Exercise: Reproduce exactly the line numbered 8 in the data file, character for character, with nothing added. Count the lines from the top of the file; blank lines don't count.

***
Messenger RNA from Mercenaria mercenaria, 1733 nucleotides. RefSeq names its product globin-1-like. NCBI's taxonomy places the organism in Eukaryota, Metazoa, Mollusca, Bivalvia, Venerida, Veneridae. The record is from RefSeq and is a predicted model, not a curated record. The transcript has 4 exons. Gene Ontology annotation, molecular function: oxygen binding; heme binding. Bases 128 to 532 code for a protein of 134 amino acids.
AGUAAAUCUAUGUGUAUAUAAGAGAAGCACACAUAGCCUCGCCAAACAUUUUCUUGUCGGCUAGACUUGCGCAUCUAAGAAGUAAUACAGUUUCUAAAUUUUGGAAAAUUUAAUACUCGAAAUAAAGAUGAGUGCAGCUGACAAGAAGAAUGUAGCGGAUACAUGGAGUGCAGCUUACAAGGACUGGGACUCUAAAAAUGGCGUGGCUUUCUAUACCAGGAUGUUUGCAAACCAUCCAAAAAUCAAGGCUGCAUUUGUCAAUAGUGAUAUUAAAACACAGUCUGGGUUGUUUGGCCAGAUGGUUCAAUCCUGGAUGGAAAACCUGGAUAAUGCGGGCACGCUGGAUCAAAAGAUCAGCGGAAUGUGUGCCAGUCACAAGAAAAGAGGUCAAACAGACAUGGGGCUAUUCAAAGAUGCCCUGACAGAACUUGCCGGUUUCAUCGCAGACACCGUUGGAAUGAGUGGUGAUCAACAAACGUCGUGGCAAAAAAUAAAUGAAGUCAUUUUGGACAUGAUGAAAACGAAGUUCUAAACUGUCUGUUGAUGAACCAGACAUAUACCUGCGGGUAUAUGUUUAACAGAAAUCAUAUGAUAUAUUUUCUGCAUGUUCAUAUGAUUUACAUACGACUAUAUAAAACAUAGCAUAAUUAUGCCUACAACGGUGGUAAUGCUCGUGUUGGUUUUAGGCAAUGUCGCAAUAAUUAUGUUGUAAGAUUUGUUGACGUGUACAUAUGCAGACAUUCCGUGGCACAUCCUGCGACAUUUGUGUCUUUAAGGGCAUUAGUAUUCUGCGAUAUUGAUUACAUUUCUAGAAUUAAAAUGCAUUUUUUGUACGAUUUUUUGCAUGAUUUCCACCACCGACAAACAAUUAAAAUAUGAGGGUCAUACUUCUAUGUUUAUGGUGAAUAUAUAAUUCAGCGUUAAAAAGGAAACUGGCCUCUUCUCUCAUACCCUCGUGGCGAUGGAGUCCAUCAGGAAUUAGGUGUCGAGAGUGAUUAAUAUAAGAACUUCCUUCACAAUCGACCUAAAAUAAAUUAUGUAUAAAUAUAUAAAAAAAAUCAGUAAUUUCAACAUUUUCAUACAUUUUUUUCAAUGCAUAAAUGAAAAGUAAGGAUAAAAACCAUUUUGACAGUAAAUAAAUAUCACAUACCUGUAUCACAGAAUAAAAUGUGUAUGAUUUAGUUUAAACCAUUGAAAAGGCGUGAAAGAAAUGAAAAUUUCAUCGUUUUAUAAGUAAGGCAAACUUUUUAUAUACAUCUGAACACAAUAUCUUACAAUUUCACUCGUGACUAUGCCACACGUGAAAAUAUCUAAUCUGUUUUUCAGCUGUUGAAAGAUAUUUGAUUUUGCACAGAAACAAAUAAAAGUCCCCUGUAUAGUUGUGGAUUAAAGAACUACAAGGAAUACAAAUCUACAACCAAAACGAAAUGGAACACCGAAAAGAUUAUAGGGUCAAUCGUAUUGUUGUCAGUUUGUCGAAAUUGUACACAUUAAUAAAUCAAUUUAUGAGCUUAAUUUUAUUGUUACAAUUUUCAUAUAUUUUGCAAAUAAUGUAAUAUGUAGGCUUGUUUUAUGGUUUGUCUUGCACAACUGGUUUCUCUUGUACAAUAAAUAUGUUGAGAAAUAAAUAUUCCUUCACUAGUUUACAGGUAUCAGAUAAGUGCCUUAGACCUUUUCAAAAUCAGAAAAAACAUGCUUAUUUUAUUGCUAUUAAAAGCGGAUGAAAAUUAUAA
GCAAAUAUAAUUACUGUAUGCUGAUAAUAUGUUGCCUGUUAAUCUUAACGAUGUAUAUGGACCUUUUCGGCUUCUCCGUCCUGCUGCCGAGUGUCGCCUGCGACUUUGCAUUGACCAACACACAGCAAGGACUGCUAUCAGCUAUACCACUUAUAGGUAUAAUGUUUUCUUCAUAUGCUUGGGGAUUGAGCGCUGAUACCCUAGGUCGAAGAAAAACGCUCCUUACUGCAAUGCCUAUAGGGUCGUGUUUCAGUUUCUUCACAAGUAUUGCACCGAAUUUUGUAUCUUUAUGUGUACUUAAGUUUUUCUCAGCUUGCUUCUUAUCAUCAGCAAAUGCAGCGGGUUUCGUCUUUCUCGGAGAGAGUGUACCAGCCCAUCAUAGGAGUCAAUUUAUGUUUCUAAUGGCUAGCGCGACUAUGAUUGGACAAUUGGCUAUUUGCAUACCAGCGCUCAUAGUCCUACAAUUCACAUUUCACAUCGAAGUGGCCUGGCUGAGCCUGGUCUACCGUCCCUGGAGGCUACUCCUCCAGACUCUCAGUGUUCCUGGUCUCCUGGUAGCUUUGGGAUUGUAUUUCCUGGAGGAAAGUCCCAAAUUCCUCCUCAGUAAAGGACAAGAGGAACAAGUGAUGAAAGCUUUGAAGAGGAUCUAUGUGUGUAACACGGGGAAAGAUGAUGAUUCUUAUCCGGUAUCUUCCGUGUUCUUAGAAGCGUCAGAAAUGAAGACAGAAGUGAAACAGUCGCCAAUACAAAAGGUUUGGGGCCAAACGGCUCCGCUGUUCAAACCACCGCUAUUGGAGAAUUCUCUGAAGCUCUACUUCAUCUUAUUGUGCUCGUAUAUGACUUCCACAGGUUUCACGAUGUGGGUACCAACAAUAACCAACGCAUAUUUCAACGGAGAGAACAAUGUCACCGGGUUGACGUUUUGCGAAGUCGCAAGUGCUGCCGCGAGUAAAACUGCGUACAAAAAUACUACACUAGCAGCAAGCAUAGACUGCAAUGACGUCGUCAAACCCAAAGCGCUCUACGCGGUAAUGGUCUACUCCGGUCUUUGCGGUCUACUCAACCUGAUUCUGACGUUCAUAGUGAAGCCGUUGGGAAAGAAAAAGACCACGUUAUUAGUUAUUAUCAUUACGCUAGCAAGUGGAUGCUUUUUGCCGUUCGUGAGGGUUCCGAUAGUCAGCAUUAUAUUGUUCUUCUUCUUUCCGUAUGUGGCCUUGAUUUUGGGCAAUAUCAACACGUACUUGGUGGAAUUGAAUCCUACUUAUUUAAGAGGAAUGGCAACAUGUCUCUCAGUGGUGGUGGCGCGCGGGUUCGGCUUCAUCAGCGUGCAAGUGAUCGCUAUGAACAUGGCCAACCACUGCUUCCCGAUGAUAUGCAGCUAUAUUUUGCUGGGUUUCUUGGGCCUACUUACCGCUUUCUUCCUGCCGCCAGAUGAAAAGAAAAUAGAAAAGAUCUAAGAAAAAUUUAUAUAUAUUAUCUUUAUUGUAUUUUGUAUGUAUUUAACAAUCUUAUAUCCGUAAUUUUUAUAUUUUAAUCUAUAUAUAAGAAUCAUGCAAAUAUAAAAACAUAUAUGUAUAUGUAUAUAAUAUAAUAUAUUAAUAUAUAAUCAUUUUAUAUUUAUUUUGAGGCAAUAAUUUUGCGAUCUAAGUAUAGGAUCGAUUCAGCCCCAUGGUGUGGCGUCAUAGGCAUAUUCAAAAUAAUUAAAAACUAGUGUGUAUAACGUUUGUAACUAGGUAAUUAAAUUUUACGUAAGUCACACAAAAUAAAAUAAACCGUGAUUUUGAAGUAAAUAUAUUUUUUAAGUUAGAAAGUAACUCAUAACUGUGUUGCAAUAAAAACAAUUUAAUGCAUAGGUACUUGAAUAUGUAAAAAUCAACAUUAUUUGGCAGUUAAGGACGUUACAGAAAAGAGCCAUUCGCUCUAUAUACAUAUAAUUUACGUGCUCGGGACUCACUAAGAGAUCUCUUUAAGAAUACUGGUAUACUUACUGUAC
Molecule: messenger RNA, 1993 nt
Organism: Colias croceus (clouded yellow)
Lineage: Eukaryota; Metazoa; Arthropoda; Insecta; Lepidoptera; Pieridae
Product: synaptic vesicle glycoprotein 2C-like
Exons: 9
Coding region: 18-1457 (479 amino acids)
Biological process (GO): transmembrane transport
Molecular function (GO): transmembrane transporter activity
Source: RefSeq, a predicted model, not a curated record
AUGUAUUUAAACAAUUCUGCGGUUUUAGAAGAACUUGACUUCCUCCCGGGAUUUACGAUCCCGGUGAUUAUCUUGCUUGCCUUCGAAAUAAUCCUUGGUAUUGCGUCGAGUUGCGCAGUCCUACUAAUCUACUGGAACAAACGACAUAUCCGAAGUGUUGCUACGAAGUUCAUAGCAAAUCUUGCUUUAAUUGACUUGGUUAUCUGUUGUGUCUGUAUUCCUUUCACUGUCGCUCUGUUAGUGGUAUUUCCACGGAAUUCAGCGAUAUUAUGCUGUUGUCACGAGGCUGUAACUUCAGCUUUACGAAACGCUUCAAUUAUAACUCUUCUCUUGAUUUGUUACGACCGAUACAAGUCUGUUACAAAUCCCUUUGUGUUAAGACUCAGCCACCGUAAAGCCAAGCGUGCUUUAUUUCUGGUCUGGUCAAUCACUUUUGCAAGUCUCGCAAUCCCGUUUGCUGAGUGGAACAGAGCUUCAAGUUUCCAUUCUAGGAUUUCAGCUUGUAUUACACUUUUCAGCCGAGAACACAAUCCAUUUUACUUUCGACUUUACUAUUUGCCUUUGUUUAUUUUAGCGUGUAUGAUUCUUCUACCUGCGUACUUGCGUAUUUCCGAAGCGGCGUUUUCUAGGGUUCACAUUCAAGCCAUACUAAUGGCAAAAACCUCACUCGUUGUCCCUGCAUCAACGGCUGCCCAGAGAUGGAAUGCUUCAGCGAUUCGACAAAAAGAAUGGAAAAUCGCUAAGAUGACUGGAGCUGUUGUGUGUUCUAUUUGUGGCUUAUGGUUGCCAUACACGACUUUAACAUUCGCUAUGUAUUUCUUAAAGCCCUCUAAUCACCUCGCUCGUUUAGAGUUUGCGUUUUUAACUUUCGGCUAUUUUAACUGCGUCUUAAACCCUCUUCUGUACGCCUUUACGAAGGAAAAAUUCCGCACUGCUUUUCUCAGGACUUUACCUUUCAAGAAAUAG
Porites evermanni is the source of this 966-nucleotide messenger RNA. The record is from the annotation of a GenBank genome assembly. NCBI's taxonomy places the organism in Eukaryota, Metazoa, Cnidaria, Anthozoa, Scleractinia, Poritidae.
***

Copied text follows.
Exons: 9